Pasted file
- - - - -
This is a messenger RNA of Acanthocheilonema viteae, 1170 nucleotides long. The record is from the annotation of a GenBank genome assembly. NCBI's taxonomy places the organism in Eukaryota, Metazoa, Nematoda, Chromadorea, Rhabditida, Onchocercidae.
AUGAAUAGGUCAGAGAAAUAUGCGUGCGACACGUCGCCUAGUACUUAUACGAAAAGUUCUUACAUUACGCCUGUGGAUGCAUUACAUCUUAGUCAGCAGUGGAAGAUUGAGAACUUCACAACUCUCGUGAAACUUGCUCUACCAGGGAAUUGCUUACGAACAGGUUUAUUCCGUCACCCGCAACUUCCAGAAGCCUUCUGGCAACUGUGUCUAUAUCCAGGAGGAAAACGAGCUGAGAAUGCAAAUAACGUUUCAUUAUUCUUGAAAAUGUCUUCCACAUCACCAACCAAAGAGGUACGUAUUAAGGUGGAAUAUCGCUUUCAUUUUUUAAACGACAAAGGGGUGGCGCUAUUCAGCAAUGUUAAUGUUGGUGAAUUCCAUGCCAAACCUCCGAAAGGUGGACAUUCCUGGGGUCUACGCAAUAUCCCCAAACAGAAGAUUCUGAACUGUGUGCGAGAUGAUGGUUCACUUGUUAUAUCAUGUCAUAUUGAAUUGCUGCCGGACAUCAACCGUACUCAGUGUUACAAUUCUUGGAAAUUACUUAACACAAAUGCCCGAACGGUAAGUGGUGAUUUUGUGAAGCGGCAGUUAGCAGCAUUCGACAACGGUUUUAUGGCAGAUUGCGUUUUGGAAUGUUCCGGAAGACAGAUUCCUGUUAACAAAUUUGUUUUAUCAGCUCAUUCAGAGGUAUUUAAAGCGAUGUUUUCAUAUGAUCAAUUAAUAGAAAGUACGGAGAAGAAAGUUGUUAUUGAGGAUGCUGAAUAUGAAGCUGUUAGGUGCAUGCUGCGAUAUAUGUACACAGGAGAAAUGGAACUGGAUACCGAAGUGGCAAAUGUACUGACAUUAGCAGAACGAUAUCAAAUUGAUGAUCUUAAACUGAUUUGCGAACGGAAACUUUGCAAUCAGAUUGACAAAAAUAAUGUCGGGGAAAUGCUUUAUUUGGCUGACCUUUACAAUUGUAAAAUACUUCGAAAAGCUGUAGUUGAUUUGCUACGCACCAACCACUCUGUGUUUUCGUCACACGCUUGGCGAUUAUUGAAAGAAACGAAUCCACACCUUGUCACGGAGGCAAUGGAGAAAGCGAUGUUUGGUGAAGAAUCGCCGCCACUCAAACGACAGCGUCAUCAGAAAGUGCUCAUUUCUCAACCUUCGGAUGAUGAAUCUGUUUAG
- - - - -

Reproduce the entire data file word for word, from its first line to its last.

This is a messenger RNA of Acanthocheilonema viteae, 1170 nucleotides long. The record is from the annotation of a GenBank genome assembly. NCBI's taxonomy places the organism in Eukaryota, Metazoa, Nematoda, Chromadorea, Rhabditida, Onchocercidae.
AUGAAUAGGUCAGAGAAAUAUGCGUGCGACACGUCGCCUAGUACUUAUACGAAAAGUUCUUACAUUACGCCUGUGGAUGCAUUACAUCUUAGUCAGCAGUGGAAGAUUGAGAACUUCACAACUCUCGUGAAACUUGCUCUACCAGGGAAUUGCUUACGAACAGGUUUAUUCCGUCACCCGCAACUUCCAGAAGCCUUCUGGCAACUGUGUCUAUAUCCAGGAGGAAAACGAGCUGAGAAUGCAAAUAACGUUUCAUUAUUCUUGAAAAUGUCUUCCACAUCACCAACCAAAGAGGUACGUAUUAAGGUGGAAUAUCGCUUUCAUUUUUUAAACGACAAAGGGGUGGCGCUAUUCAGCAAUGUUAAUGUUGGUGAAUUCCAUGCCAAACCUCCGAAAGGUGGACAUUCCUGGGGUCUACGCAAUAUCCCCAAACAGAAGAUUCUGAACUGUGUGCGAGAUGAUGGUUCACUUGUUAUAUCAUGUCAUAUUGAAUUGCUGCCGGACAUCAACCGUACUCAGUGUUACAAUUCUUGGAAAUUACUUAACACAAAUGCCCGAACGGUAAGUGGUGAUUUUGUGAAGCGGCAGUUAGCAGCAUUCGACAACGGUUUUAUGGCAGAUUGCGUUUUGGAAUGUUCCGGAAGACAGAUUCCUGUUAACAAAUUUGUUUUAUCAGCUCAUUCAGAGGUAUUUAAAGCGAUGUUUUCAUAUGAUCAAUUAAUAGAAAGUACGGAGAAGAAAGUUGUUAUUGAGGAUGCUGAAUAUGAAGCUGUUAGGUGCAUGCUGCGAUAUAUGUACACAGGAGAAAUGGAACUGGAUACCGAAGUGGCAAAUGUACUGACAUUAGCAGAACGAUAUCAAAUUGAUGAUCUUAAACUGAUUUGCGAACGGAAACUUUGCAAUCAGAUUGACAAAAAUAAUGUCGGGGAAAUGCUUUAUUUGGCUGACCUUUACAAUUGUAAAAUACUUCGAAAAGCUGUAGUUGAUUUGCUACGCACCAACCACUCUGUGUUUUCGUCACACGCUUGGCGAUUAUUGAAAGAAACGAAUCCACACCUUGUCACGGAGGCAAUGGAGAAAGCGAUGUUUGGUGAAGAAUCGCCGCCACUCAAACGACAGCGUCAUCAGAAAGUGCUCAUUUCUCAACCUUCGGAUGAUGAAUCUGUUUAG